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Published on March 23, 2010

As the 19th century turned 20, Southeast Asia climbed onboard the steam locomotive revolution to transport people and freight throughout the region.

By the 1920s, teak carriages clattered along tracks stretching from Singapore to northern Thailand’s Chiang Mai, but the line never reached its ultimate goal…Chiang Rai, the Mekong River and Laos.

Early passengers – royalty, British colonials, trade tycoons and the leisure class – required the level of comfort and service received while sipping gin and tonics on the Singapore Cricket Club’s veranda or staying at The Oriental in Bangkok.

Private day rooms transformed into cozy berths with beds covered by fine linens. Dining cars delivered five-star cuisine, the salon carriage served afternoon tea, cigar smoke filled the bar car, and rattan chairs on observation decks offered unrivalled views.

For the elite, a rail trip from Singapore into Malaysia and Thailand simply extended their social setting. The train was a “place” for making acquaintances, engaging in conversation, attending social functions or simply reading books.

Rail vs Road
The ASEAN Highway currently connects Singapore to the Mekong near Chiang Rai, and the future completion of the bridge to Houay Xai in Laos will continue the route to Beijing.

This may mean little to air travelers, but for those with time, a relaxing ride along Southeast Asia’s rails presents a distinct experience not offered by road.

Busses seem like slow and are often uncomfortable, and while autos provide freedom, they are confining and require costly fuel and accommodation stops. Un-cramped train carriages find carefree riders moving around, exchanging travel tales with new acquaintances and meeting locals, who can offer insight unavailable in guidebooks.  

Malaysian and Thai trains carry dining and/or lounge cars. Staff deliver menus and meals, and patrol the aisles and berths with snacks and drinks throughout the trip.

Essentially, trains offer relaxing strolls up and down Southeast Asia’s spine, and the tracks mostly follow the original routes first surveyed in the 1880s, presenting passengers with the same varying terrain seen by travelers from yesteryear.

A Historic Ride
Tin mining brought trains to Malaysia in 1885, and by 1903, Singapore’s rails reached Woodlands, where ferries carried passengers to Johor Bahru and a blossoming rail system that extended to Hat Yai, Thailand in 1913.

By 1918, the tracks linked to Bangkok and Chiang Mai, and in 1923 the Johor Straits Causeway directly connected the network to Singapore.  Today’s terminus, Singapore’s monolithic Tanjong Pagar, opened in 1932, with its marble reliefs and barrel-vault roof.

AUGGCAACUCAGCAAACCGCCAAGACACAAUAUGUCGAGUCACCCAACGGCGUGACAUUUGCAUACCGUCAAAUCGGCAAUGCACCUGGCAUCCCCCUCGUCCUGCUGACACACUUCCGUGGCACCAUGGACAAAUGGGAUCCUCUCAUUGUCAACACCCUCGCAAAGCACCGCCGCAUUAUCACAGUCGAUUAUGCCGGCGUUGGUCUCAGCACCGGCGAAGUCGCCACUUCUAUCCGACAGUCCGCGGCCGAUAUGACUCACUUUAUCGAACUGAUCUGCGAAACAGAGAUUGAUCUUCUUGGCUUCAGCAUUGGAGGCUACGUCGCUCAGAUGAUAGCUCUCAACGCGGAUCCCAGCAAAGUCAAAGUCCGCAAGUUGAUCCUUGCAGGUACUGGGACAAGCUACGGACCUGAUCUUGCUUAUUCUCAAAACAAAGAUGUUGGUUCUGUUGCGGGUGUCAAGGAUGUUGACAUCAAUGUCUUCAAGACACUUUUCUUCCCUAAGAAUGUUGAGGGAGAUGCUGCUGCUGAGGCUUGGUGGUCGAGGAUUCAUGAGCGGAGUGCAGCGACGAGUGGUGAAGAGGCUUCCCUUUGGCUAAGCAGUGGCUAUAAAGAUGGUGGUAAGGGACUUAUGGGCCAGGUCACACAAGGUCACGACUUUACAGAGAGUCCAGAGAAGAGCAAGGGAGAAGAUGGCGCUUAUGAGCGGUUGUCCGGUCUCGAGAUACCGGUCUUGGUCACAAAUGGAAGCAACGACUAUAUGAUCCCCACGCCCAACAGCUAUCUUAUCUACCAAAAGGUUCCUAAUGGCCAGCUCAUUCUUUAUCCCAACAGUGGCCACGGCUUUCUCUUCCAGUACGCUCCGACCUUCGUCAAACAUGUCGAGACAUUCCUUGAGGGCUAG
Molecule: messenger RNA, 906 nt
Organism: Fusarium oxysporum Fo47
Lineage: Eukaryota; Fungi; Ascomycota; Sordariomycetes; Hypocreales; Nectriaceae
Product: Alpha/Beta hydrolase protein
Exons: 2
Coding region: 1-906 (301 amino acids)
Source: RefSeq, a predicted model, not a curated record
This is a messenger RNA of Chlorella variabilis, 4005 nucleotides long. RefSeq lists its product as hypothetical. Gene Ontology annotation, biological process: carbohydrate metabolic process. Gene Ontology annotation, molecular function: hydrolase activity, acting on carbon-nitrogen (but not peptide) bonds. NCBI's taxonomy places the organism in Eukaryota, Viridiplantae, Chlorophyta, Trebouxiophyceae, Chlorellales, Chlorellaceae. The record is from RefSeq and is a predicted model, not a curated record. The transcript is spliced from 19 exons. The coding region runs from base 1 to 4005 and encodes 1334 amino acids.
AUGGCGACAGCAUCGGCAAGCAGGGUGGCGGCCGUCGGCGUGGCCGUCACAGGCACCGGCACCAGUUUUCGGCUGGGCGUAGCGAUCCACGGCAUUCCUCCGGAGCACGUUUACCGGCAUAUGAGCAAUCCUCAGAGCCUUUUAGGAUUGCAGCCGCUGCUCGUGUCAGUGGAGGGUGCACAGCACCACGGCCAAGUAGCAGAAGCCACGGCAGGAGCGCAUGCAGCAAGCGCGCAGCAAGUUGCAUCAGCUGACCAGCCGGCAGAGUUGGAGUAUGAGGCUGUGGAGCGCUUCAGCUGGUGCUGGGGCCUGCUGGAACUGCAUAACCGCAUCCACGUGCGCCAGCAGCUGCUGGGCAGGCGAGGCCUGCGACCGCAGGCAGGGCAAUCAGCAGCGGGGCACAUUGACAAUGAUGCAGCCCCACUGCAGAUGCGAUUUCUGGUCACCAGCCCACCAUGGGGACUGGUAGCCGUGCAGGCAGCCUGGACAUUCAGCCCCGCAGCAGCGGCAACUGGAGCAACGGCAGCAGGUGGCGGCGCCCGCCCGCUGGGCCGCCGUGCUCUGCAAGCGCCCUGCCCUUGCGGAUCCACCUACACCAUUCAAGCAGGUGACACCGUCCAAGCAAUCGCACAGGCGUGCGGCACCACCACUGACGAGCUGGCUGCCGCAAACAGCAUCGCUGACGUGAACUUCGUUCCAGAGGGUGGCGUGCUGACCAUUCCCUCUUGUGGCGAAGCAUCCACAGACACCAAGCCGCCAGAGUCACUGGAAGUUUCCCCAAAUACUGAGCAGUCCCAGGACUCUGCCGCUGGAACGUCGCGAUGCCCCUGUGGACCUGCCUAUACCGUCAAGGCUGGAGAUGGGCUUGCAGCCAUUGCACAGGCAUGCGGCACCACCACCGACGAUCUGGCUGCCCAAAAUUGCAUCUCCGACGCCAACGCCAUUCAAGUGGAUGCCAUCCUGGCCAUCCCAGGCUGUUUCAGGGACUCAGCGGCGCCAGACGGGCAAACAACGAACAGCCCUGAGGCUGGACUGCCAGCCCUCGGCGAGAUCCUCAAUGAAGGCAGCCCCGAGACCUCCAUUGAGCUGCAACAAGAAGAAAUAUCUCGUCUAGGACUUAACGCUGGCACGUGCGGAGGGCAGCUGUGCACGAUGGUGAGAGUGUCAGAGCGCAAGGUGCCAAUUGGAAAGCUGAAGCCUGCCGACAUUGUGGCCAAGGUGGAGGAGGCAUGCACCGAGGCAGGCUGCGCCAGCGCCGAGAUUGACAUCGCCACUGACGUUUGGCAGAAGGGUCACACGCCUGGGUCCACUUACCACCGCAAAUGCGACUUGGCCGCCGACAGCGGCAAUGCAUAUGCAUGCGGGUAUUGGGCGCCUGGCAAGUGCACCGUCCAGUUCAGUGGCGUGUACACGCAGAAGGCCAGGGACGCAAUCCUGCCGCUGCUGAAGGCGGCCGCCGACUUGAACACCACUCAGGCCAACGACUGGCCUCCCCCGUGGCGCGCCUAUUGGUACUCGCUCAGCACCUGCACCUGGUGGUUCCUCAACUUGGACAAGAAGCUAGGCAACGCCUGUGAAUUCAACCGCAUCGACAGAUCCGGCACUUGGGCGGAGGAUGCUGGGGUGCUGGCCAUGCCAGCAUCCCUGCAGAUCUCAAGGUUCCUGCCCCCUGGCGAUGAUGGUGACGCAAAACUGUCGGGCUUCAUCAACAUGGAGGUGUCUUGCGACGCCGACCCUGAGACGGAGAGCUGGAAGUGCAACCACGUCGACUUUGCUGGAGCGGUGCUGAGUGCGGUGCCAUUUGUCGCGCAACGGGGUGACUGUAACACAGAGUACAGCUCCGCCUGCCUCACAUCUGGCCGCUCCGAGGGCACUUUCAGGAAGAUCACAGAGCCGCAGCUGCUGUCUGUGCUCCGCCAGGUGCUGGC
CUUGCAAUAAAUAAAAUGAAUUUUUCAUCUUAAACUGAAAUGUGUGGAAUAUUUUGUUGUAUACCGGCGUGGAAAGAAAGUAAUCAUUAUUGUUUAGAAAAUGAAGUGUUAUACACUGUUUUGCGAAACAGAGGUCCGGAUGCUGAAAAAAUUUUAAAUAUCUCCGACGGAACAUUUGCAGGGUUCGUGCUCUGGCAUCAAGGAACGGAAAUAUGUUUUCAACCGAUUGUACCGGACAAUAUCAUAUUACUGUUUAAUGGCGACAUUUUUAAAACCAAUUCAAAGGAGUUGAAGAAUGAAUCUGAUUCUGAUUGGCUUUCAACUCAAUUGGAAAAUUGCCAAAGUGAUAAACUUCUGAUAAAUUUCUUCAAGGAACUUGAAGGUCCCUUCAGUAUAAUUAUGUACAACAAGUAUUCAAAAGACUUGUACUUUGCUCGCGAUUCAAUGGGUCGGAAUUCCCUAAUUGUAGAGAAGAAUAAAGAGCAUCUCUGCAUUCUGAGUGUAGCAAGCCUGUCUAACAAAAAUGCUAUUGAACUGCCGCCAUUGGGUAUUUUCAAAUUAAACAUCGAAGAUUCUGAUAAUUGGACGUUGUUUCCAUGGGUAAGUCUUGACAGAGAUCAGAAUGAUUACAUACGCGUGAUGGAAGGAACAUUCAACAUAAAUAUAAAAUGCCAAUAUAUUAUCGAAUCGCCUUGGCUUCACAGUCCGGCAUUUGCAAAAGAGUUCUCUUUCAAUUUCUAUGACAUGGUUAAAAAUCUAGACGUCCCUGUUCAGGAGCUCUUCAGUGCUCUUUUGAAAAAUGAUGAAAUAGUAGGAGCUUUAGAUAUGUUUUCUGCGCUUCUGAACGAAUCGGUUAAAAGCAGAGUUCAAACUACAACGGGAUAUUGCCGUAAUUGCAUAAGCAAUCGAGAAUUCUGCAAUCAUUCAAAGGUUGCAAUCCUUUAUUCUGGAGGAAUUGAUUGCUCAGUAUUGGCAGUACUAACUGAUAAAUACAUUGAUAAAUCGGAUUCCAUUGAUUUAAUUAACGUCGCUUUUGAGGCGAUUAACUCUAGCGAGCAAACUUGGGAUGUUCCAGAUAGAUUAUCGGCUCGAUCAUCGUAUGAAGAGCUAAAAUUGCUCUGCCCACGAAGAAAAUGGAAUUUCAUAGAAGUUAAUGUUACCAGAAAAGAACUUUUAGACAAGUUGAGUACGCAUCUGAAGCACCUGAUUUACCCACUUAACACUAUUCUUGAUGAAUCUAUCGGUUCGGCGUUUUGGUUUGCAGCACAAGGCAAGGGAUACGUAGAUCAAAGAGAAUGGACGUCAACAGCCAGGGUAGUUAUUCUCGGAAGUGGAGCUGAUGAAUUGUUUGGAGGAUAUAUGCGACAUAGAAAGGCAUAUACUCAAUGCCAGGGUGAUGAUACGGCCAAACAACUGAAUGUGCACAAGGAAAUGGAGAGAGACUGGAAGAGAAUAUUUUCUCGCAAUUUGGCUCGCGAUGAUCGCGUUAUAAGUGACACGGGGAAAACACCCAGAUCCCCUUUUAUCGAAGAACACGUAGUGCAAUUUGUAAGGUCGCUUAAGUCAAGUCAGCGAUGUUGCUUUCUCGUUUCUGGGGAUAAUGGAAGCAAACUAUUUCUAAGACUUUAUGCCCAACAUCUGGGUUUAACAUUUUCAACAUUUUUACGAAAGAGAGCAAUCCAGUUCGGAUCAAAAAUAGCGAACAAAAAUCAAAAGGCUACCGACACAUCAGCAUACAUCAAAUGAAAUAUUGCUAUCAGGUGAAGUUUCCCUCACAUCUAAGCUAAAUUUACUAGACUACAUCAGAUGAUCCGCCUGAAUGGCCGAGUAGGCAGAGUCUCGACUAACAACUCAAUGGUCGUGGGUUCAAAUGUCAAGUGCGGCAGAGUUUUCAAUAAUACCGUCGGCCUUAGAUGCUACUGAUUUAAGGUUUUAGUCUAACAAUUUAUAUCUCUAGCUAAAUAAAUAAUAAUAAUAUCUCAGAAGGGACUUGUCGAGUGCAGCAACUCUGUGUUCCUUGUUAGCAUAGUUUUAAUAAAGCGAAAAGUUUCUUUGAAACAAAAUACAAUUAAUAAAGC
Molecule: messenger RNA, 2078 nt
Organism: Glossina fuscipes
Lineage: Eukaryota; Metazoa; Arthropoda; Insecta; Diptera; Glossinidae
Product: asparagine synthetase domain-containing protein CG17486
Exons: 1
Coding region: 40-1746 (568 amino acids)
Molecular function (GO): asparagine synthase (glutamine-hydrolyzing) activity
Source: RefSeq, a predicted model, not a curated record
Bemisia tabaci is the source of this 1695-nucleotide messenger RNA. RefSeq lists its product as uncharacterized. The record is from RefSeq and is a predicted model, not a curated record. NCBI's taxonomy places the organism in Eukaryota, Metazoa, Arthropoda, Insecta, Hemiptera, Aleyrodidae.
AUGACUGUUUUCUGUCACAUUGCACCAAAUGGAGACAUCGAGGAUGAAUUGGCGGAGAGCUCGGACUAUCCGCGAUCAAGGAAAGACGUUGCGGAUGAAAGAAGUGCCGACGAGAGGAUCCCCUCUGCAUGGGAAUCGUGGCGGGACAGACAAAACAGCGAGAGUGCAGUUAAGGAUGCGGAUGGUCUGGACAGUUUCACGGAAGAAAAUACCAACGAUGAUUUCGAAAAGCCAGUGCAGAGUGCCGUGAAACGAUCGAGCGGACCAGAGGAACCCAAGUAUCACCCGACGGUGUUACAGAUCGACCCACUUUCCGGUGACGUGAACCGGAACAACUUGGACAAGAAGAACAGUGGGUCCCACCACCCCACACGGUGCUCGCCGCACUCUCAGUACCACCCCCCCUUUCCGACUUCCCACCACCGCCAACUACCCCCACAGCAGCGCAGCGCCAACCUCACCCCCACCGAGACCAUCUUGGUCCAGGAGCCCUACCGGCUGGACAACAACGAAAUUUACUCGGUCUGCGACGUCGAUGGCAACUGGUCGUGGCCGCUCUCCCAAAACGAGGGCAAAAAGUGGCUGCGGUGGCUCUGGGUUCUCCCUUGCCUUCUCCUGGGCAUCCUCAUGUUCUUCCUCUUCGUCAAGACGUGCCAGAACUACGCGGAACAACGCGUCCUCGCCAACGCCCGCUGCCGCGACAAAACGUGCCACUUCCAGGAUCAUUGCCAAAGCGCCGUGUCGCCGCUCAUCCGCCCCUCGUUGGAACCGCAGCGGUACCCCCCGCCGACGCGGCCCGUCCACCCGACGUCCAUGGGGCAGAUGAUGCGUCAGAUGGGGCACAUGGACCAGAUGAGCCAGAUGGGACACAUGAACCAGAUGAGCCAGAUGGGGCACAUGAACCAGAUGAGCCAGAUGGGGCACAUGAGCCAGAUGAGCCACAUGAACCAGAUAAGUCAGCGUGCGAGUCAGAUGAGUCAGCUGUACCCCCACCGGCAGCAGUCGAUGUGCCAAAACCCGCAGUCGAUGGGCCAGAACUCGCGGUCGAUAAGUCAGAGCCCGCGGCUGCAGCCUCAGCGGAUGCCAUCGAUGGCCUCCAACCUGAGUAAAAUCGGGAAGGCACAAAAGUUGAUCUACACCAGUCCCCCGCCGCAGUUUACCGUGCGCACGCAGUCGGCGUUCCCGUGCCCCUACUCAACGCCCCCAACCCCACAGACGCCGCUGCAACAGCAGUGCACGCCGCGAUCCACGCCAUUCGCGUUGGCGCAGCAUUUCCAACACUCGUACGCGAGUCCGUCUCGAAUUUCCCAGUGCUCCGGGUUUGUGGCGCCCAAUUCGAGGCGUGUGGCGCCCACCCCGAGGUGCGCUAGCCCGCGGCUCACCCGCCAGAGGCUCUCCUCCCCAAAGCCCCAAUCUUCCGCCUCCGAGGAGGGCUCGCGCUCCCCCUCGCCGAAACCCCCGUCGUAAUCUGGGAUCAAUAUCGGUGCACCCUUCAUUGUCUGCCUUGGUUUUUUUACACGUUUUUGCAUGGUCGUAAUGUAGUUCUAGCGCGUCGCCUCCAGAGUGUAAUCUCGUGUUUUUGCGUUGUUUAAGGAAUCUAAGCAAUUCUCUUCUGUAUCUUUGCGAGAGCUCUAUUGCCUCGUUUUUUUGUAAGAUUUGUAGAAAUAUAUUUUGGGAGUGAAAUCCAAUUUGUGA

The seven-hour day-run to Kuala Lumpur reveals Johor State’s rubber-production role. With the 19th-century introduction of post-like trees, plantations sprouted endless, perfect rows that hypnotize window watchers, with only an occasional Hindu temple to break their trance.

The landscape shifts to forested mountains and grazing buffaloes in Negeri Sembilan State, before the cosmopolitan capital teases passengers with the 21st century. But, Stesen Sentral, Kuala Lumpur’s majestic station, pulls them back to the past.

The ongoing eight-hour run through Perak to Penang’s Butterworth Station continues past mountains, pausing at Ipoh’s colonial-style station that reflects the city’s one-time status as a prominent tin-trading hub.

The daily 20-plus-hour Butterworth-Bangkok Express brings sleeping into the equation, though afternoon departures from either end present similar daytime scenes.

The three-hour trundle to the Pedang Besar border checkpoint presents endless paddies of growing green or harvest gold rice. Hat Yai brings dinner calls, before porters reconfigure first-class compartments and second-class booths into sleeping berths.

The railway follows the peninsula’s east coast through Thailand’s Islamic south before squeezing past Myanmar to Hua Hin and the Royal Summer Palace. Dawn delivers the train to Petchaburi, the 1903 terminus of the original Southern Line, before pulling into Bangkok’s refurbished 100-year-old Hua Lamphong station.

Bangkok’s Hua Lamphong Station

Thailand’s first rail venture in 1893 ran from central Bangkok towards the Chao Phraya River Delta. By 1900, the Northeastern Line, marked for Nong Khai and today’s bridge to Vientiane, reached Korat, while the Northern Line, destined for Chiang Mai, spanned 170 km, past the ancient capital of Ayutthaya, to Lopburi, home of the famed monkeys of the Pra Prang Sam Yot temple.

         Once of the many macaques of Pra Prang Sam Yot Temple

Two daily overnight Special Expresses join a few daytime runs tackling the 12-15 hour Bangkok-Chiang Mai journey. The tracks roll over rivers and past rice fields, Buddhist temples and rural schools before reaching the winding mountain route from Phrae to Chiang Mai, the ancient Lanna Kingdom capital once accessed only by elephant or foot.

For more information on fares and timetables:

Malayan Railway Administration (KTM Berhad):
State Railway of Thailand (SRT):
Eastern & Oriental Express (E&O):

Vientiane-based Bernie Rosenbloom writes for TTG Asia, PATA Compass, and; and he co-authored The Responsible Tourism Guide to Cambodia, Laos and Vietnam.